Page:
“You should be a Real Estate Tycoon,” they said. “There is good money to be made.”

Me: No, I’m super lazy, and I don’t want more work.

“The only thing better than being a Property Mogul is being a bank,” they said. “It’s totally passive.”

Me: OK, I’ll give it a try. What could go wrong?

Real Estate Tycoon

Did I ever tell you about my Rental from Hell?

Over a decade or so, I went from eagerly seeking passive income to money lender to foreclosure expert to rehabber to accidental landlord and back to money lender. I was no longer eager.

To recover the $ I lent I had to foreclose. It was unfit for human habitation, so I had to rehab. To sell, I had to provide financing.

If that sounds like a nightmare, I’m just getting started. (Seriously, it is a good story.)

Be the Bank

One of the golden rules of rental real estate is to choose your renters wisely.

But what if, after months of looking and multiple ads, your choices are an existing tenant with dubious track record (but with a purchase option) or nobody at all?

So I decided to try this whole “Be the Bank” thing.

Incentives

My renter wanted to be a homeowner, to own a piece of property free and clear as soon as possible.

I wanted to have no property, also as soon as possible.

So I proposed a 3 year balloon mortgage, with the verbal commitment that I would write a letter of recommendation after 3 years of regular on time payments. Combined with an improved credit rating, this could be used to shop around for a traditional mortgage.

His counter offer was a 7 year balloon mortgage with a verbal commitment to pay it in full in 7 years. “I guarantee it.”

I was skeptical.

Rent payments had been inconsistent, but I was betting that his Owner Mentality was stronger than his Renter Mentality. To be sure, I instituted contractually obligated late fees: $25 after 5 day grace period, and $2/day thereafter.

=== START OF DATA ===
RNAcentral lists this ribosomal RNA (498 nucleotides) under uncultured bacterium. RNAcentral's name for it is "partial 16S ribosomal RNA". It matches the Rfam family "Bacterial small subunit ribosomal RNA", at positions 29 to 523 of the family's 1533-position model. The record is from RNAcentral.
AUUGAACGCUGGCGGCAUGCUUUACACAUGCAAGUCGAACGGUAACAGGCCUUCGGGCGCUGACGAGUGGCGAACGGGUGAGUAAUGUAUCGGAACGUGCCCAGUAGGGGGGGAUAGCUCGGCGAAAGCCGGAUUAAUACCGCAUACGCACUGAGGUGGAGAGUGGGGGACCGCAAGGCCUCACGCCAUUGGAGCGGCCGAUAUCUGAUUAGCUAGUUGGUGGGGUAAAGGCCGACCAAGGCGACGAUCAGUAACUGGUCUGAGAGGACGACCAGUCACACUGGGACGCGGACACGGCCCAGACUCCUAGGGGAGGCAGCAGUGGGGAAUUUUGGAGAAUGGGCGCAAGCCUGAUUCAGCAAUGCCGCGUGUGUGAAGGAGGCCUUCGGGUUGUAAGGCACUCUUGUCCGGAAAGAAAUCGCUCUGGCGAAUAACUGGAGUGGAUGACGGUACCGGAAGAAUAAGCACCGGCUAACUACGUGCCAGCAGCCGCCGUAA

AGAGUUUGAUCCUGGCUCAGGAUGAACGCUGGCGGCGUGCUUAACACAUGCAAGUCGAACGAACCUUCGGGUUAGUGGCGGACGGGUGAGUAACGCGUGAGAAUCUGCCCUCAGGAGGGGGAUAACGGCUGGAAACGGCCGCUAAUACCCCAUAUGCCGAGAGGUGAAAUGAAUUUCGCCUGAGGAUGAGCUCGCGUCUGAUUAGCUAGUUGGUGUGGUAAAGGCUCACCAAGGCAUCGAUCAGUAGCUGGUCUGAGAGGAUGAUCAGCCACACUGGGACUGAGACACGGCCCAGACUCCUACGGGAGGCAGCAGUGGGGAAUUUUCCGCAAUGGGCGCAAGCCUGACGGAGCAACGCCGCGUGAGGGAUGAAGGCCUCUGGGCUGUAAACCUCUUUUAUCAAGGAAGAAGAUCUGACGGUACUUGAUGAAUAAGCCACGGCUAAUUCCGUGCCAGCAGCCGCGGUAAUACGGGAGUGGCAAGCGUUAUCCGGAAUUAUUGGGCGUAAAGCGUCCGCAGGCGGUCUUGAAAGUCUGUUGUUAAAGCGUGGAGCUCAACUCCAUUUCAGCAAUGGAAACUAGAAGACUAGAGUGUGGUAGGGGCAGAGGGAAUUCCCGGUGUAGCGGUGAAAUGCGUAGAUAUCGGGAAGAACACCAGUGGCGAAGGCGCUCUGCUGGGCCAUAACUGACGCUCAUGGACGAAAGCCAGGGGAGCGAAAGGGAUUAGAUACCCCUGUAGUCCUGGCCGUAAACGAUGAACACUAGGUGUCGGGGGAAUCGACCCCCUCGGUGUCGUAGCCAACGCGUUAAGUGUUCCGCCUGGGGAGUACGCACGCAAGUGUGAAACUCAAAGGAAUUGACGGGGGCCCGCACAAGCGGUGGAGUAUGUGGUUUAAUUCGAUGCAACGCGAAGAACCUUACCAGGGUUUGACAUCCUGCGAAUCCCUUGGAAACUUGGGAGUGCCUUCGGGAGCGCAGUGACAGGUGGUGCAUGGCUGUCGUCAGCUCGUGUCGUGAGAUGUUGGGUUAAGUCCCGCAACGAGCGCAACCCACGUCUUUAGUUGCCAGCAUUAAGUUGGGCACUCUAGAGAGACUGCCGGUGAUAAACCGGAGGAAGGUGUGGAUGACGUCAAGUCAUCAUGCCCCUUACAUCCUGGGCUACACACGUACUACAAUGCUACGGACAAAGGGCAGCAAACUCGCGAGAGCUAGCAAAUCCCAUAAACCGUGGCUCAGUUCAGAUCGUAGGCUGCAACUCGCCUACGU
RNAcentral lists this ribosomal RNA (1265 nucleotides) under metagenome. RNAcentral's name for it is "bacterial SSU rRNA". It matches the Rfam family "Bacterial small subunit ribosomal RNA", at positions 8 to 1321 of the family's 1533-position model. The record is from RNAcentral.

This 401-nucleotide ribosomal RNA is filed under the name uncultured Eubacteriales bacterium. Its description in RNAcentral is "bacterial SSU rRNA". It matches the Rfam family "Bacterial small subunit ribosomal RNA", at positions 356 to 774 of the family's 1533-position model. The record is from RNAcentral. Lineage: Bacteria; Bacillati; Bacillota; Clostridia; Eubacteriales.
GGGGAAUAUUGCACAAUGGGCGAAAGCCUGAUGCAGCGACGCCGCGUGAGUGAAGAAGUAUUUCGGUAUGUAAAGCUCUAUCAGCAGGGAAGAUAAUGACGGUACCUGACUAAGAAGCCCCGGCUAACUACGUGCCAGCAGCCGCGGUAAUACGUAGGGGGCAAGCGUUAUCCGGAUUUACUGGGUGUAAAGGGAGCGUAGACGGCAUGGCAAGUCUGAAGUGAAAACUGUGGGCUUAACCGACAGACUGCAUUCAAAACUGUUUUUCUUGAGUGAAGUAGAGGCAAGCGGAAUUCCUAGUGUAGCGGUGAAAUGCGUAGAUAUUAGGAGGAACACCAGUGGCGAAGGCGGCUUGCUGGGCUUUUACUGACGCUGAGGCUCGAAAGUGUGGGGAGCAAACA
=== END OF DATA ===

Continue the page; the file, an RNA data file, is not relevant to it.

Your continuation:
7 years is a long time, longer than many marriages. What better way to encourage an early payoff than a financial incentive? Single family home mortgage rates were around 4% at the time. Unconventional rates were closer to 6-7%. We settled on 9%, although I also would have accepted a higher price.

For the day to day stuff, I arranged for a 3rd party company to manage all payments and property tax & insurance escrow. I was now completely out of the loop. Right?

Well, no. It wasn’t so passive.

Chronically Late

The first payment was late by a couple days. This wasn’t unexpected, and resulted in $27 in late fees. Or as I call it, lunch.

Payments were late each of the next 5 months. Come on man! I wanted an IN YOUR FACE notice every time a payment was late, so the escrow company agreed to mail late notices every month if need be. This cost me $2 each time.

Payments for month 7 and month 8 were made on time. YES! Late notices were finally making an impact.

But then… for the next 36 months every payment would be late, usually by just a day or 2 but sometimes by 2 weeks. By now the late fees were really adding up, and payments were no longer having an impact on mortgage principal.

And now… a month went by with no payment at all.

Drama

There was a pattern of behavior I was familiar with from our rental agreement days… skip a payment and then ask for something ridiculous. Maybe he thought this provided leverage… which it kind of did as a renter in a down market who had a garage full of rehab materials. Now it just added fees and back interest to a mortgage with full recourse.

Randomly, a couple months after we closed on the mortgage I received an envelope with a copy of a water bill from 2008 for $300, with no context whatsoever. Some time later I received an email asking if I could reimburse this bill, since it was from before our new arrangement. I declined.

A couple years in, I was asked if I could provide funding for another real estate project he was interested in. “With this one deal I can pay off what I owe you.” I also declined. I wasn’t interested in shoveling more money into this hole.

Now 3.5 years into the mortgage, we have a somewhat heated exchange about late fees. “I’m ready to pay off the mortgage asap, but these fees…”